Oklahoma City Thunder

150524_Donovan

Donovan family thanks Florida fan base in full-page ad

1 Comment

In late April Billy Donovan accepted an offer to become the head coach of the Oklahoma City Thunder, thus ending a two-decade run as head coach at Florida. During his time in Gainesville, Donovan led the Gators to two national titles, four Final Four appearances, seven Elite Eights (including a stretch of four straight years from 2011-14), six SEC regular season titles and four SEC tournament titles.

source: Getty Images

To say that he accomplished a great deal in Gainesville would be a major understatement, especially when considering the program’s history prior to his arrival.

Yet for as great of an impact that Donovan and his family had on the school, its basketball program and fan base, those who support the Gators impacted the Donovans as well. Sunday the family thanked the fan base in the form of a full-page ad in the Gainesville Sun, which can be seen in the embedded tweet above.

Their message read as follows:

“GOODBYE” is so difficult, especially after having spent two decades in this community. (And as you’ve seen before, leaving you all has never been easy for us!)

“The University of Florida and Gainesville embraced us from the day we arrived so long ago, and we have grown to love not only this local community that has so loved us, but all of Gator Nation — from Crescent Beach to Cedar Key, from Miami to New York, from Jacksonville to San Fransisco, to all over the nation and globe.

“We are so grateful to Jeremy Foley, staff and leaders at the University of Florida, along with scores of players and coaches who have become part of our family. And, of course, the Rowdy Reptiles.

We leave with hearts full of love and cherished memories of euphoria and heartbreak — on and off the court — shared at every step with our Gator family.

We are excited for all that Mike White brings as he puts his own unique mark on Florida basketball…Fannnnntastic!

And so, rather than goodbye, …until we meet again, may God hold you in the palm of his hand.

— Billy and Christine Donovan

They were sure to allude to Donovan’s first “dance” with the NBA, as he accepted an offer from the Orlando Magic in 2007 before changing his mind and deciding to return to Florida. This time around, the opportunity to coach a team led by Kevin Durant and Russell Westbrook was too enticing to pass up.

h/t The Dagger

NAIA allows Cameron Rodriguez to keep $20K after hitting half-court shot at Oklahoma City Thunder game

Southwestern College
2 Comments

On November 18, Cameron Rodriguez hit a half-court shot during a break in the Denver Nuggets-Oklahoma City Thunder game, with the award being $20,000 dollars. However there was a question if Rodriguez, a student-athlete on the Southwestern College basketball team, could accept the payment.

Southwestern College is an NAIA program in Winfield, Kans. The NAIA disallows players benefiting financially off their specific athletic skills. On Tuesday, the NAIA announced that an agreement had been reached after Rodriguez and the school recommended that Rodriguez use the money toward a scholarship.

The 6-foot-6 sophomore forward for the Southwestern College Moundbuilders gets the money and retains his eligibility. Sounds like a pretty good deal.

“We’re pleased with the decision from the membership and specifically the NEC [National Eligibility Committee] that allows Cameron to keep his winnings to use towards his education,” NAIA President and CEO Jim Carr said in a statement on Tuesday. “We feel the NAIA is the student-centered association in collegiate athletics, and this decision by our membership reflects that emphasis.”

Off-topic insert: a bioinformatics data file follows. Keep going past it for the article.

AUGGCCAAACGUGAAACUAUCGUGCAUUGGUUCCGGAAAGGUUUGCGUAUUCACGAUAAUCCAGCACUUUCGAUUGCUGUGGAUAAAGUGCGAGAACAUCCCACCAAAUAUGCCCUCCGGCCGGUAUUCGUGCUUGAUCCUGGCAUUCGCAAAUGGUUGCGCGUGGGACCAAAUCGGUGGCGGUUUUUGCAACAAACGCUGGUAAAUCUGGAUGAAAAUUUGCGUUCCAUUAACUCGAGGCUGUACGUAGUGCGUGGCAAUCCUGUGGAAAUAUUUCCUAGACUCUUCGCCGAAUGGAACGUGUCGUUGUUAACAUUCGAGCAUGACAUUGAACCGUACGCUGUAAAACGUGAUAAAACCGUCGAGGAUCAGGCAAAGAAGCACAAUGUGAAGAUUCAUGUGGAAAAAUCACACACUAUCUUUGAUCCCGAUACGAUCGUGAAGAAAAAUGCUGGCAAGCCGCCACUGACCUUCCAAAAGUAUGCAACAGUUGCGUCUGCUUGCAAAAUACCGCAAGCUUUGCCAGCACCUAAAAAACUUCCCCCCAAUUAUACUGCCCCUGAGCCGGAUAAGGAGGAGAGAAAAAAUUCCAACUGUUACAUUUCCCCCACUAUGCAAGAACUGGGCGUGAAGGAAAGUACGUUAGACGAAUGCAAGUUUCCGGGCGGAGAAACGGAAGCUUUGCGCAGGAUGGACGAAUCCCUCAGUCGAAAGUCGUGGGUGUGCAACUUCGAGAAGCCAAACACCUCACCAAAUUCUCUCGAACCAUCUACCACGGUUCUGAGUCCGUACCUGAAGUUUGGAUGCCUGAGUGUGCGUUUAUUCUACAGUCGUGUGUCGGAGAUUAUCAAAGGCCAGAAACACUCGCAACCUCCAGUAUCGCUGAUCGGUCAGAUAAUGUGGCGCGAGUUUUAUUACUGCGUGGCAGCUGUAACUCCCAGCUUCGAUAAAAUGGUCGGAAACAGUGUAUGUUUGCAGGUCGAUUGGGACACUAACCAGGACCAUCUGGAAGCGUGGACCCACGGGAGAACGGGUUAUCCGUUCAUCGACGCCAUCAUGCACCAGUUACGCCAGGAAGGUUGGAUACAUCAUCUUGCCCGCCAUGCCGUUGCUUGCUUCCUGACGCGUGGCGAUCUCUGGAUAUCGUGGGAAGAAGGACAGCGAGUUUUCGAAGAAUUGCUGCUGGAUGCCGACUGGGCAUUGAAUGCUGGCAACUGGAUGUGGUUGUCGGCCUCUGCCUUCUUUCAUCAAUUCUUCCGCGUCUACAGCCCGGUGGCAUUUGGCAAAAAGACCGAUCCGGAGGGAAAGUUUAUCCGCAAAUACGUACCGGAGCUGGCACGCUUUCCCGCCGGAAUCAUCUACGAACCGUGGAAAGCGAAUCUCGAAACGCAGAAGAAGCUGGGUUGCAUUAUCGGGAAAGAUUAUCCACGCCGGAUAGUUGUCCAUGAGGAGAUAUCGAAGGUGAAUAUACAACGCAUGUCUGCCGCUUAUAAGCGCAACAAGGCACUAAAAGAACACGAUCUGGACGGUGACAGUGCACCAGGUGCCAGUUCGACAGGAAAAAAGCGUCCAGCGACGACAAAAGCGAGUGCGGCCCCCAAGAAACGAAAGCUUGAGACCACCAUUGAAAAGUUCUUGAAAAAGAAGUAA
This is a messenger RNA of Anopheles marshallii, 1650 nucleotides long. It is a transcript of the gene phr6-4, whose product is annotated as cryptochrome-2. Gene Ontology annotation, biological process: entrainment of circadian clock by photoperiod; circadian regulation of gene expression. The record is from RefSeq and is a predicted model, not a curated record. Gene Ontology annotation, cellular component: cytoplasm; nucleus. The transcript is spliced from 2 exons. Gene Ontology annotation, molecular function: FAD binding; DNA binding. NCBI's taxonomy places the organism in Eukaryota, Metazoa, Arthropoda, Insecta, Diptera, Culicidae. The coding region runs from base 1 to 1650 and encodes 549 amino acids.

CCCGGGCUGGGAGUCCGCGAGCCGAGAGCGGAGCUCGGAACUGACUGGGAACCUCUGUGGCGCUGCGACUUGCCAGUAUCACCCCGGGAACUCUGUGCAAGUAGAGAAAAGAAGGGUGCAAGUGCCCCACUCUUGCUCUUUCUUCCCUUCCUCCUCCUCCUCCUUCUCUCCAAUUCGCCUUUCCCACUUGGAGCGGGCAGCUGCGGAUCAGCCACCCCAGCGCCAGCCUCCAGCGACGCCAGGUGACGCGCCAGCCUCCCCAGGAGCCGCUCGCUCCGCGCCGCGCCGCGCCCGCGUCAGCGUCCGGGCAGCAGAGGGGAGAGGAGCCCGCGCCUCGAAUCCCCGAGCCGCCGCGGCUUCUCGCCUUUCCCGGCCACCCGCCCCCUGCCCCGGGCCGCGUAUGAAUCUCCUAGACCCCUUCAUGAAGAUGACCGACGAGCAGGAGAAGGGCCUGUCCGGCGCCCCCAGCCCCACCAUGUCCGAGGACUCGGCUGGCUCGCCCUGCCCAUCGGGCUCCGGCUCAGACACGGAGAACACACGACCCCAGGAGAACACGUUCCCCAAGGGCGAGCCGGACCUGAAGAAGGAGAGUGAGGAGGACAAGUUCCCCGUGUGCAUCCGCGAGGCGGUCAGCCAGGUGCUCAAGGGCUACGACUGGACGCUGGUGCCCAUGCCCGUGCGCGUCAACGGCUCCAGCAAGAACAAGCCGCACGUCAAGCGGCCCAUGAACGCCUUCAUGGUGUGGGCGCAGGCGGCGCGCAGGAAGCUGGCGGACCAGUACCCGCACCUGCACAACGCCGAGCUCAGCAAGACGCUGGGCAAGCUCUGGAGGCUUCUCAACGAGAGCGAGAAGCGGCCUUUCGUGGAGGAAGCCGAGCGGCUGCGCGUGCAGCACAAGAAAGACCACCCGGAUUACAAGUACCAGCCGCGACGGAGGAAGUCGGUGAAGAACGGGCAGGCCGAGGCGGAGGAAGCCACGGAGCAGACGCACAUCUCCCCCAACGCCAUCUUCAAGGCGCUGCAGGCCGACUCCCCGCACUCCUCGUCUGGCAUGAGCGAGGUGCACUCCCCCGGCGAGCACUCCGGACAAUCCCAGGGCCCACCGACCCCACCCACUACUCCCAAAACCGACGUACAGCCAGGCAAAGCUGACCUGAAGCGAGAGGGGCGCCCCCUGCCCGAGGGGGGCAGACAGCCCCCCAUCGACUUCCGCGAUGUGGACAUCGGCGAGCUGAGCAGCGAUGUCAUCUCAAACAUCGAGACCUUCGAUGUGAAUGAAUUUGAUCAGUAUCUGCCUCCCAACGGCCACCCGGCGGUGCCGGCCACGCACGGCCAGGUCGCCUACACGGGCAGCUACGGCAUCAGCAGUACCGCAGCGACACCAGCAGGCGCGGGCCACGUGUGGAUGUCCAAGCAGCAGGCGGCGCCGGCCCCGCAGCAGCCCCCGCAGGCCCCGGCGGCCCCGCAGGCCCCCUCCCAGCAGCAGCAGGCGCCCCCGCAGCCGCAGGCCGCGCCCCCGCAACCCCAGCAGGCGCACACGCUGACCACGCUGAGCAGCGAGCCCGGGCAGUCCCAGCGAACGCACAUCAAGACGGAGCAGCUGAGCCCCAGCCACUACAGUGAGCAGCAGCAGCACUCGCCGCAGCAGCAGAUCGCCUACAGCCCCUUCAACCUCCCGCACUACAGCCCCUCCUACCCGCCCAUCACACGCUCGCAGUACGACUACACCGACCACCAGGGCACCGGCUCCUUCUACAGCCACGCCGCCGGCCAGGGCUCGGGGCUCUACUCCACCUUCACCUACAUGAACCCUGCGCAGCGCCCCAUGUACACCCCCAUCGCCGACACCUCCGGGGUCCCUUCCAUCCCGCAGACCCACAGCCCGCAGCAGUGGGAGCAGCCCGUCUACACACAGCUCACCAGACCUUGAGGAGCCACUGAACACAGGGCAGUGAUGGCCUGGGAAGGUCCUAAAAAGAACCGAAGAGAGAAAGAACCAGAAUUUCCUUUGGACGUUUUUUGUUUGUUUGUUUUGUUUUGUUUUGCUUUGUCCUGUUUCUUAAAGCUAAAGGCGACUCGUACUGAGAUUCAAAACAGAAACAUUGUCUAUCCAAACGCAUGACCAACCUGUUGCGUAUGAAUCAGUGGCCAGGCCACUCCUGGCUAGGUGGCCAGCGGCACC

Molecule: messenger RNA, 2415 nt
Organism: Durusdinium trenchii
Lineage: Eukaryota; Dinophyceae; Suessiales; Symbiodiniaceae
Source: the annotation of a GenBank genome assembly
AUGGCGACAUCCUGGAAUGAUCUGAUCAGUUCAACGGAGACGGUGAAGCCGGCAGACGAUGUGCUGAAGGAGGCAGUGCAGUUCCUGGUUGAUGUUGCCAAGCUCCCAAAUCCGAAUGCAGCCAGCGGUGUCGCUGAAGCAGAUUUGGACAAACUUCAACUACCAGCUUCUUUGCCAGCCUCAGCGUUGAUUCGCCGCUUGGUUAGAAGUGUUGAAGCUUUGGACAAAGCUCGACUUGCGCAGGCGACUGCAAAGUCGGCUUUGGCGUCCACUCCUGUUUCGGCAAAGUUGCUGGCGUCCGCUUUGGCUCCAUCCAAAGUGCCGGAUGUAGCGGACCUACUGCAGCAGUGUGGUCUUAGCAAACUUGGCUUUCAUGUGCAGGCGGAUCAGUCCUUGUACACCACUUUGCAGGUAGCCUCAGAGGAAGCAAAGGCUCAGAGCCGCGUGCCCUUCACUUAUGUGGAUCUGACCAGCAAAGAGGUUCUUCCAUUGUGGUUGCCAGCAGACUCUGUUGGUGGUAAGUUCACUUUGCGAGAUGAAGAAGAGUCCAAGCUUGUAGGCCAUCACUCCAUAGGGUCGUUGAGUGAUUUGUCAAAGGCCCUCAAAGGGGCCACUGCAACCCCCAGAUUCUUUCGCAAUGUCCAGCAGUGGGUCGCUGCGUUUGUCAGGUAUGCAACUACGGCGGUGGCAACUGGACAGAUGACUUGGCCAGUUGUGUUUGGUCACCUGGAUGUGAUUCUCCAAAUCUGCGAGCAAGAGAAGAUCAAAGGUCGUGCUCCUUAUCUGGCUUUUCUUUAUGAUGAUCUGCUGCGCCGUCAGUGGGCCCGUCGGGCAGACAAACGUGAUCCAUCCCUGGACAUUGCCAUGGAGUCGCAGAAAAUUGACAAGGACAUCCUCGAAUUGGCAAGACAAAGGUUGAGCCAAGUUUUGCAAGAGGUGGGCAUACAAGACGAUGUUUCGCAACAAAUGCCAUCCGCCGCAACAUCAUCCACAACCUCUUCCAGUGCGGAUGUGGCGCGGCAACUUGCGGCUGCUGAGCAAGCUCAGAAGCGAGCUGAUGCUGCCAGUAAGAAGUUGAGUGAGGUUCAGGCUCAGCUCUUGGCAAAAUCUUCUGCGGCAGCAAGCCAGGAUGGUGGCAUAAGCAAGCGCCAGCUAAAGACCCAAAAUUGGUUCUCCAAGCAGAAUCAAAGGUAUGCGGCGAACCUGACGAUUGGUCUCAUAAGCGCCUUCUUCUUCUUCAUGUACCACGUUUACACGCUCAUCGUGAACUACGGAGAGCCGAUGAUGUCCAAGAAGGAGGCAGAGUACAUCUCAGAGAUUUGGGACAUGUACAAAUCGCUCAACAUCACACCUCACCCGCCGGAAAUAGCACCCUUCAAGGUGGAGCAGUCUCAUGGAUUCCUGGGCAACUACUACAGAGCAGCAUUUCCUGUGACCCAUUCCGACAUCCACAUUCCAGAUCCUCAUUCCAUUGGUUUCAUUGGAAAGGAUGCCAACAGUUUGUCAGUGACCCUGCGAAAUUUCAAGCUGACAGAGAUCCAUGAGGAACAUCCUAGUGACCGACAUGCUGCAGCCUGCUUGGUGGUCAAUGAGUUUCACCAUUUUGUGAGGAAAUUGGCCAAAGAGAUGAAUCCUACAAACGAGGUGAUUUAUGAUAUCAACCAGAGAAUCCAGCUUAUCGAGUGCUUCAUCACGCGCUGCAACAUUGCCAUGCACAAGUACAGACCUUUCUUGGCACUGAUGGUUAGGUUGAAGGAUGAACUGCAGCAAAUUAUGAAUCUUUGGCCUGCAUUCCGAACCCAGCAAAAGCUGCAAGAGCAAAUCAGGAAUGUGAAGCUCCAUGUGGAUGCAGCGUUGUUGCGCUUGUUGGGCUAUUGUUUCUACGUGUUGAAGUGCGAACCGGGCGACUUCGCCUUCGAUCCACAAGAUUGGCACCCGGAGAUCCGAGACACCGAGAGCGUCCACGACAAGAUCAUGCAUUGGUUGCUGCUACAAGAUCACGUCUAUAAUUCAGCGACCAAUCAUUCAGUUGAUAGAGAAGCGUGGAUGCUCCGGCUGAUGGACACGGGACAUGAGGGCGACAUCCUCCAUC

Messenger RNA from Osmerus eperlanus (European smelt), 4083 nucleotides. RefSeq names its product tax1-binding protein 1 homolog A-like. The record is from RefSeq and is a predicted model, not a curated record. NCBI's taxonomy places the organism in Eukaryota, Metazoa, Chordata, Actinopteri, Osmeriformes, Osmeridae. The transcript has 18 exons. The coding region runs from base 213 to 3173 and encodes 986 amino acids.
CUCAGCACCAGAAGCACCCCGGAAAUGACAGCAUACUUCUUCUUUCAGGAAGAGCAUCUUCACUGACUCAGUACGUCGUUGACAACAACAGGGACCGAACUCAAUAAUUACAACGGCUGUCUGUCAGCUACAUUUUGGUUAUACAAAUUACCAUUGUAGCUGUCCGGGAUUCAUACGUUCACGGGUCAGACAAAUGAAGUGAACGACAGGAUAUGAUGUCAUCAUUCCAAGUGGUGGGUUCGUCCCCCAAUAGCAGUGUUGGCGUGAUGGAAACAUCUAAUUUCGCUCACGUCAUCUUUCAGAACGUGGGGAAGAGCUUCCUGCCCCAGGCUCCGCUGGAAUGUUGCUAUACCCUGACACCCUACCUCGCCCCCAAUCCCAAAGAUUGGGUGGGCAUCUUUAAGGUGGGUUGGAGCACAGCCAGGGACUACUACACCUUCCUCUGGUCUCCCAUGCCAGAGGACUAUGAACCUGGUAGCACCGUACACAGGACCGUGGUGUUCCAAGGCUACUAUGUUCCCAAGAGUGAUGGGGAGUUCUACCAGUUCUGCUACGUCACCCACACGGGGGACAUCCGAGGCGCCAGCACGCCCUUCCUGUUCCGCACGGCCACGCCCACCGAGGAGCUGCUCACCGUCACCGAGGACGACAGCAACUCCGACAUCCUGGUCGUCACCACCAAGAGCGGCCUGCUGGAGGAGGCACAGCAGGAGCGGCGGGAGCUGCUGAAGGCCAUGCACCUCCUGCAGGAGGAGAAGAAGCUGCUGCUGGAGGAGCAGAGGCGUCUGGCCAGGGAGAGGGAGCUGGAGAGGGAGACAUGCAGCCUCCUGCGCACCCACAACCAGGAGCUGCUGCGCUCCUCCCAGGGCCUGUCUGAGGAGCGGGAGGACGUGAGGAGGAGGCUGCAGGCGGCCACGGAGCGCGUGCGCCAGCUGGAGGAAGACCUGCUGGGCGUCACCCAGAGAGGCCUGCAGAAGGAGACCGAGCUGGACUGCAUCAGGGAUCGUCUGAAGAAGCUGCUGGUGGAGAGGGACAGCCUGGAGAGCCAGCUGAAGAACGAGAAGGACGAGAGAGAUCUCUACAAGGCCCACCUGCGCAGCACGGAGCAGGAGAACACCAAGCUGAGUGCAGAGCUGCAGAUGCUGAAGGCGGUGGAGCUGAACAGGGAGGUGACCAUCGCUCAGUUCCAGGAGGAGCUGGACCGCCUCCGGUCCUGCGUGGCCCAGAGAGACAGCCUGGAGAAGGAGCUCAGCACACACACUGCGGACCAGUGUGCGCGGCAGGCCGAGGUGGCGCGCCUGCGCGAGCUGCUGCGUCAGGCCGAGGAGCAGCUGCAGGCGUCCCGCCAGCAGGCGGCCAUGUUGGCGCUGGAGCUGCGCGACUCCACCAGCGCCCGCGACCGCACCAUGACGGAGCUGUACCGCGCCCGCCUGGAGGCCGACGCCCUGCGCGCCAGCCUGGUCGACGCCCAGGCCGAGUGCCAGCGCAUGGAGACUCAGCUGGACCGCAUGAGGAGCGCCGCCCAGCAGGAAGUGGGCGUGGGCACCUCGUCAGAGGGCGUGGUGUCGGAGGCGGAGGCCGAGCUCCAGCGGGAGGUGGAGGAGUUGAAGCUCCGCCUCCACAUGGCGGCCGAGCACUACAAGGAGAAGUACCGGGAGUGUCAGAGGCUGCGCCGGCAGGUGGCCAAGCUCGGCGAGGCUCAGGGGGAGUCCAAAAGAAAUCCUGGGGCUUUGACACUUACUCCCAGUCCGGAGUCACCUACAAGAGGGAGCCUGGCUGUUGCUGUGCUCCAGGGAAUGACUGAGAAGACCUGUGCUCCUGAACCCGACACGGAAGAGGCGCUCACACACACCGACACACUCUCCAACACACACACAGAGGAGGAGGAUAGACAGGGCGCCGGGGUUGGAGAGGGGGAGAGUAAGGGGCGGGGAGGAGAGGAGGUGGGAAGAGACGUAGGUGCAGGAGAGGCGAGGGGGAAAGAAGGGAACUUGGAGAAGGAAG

“We are proud of our student-athlete for doing the right thing in contacting his coach before he did anything,” Dick Merriman, Southwestern College President said. “We are also proud of the NAIA for doing the right thing in their ruling. I am pleased with this outcome.”

[h/t Matt Norlander, CBS Sports]

Kentucky out of Top 25 for first time under Calipari

John Calipari, Ryan Harrow
9 Comments

Yes, Big Blue Nation, it finally happened. A Calipari-coached Kentucky team will play their next game without a ranking next to their name.

For the first time since Cal took over prior to the 2009-10 season, the Wildcats aren’t ranked in the Associated Press Top 25 Poll. It’s a product of back-to-back losses to Notre Dame on the road and Baylor at home, a loss that was also Cal’s first at home since taking over at Kentucky.

Now breathe. It’s going to be ok.

This team is not anywhere near the caliber of last season’s national champions that steam-rolled essentially everyone (sans Indiana and Vanderbilt) on it’s way to one of the greatest seasons in college basketball history. You probably knew that already.

But first of all, polls are dumb. They are meaningless, really. Especially this early. They factor a little bit into opinions for at-large bids in the NCAA Tournament. The end.

But mainly, this team has a huge deficiency in leadership and that’s due to the fact that for the first season under Cal, the team lacks the senior leader that has been through the pre-Calipari Domination years. There’s no Patrick Patterson, Perry Stevenson or Ramon Harris. No Jorts, DeAndre Liggins or Darius Miller. No big brother figure that can lead the team mentally and emotionally when they’re tired of hearing it from Calipari. No, Jon Hood and Jarrod Polson don’t count.

It’s a newsworthy item because of Kentucky’s recent dominance. But nothing that should send Wildcats fans into a panic. There’s still four months to play until Selection Sunday.

David Harten is the editor of The Backboard Chronicles. You can follow him on Twitter at @David_Harten.

Naismith Award watch list stretches from A(nderson) to Z(eller)

Kyle Anderson, Devonte Brown
Leave a comment

The Naismith Men’s Player of the Year Award early season watch list has been published, and it’s loaded with the usual suspects.

The state of Kentucky fared well, with Louisville and Kentucky landing three players apiece on the list. Chane Behanan, Peyton Siva and Gorgui Dieng were the Cardinals honored. The Wildcats, unsurprisingly, were represented by an all-freshman troika of Archie Goodwin, Alex Poythress and Nerlens Noel.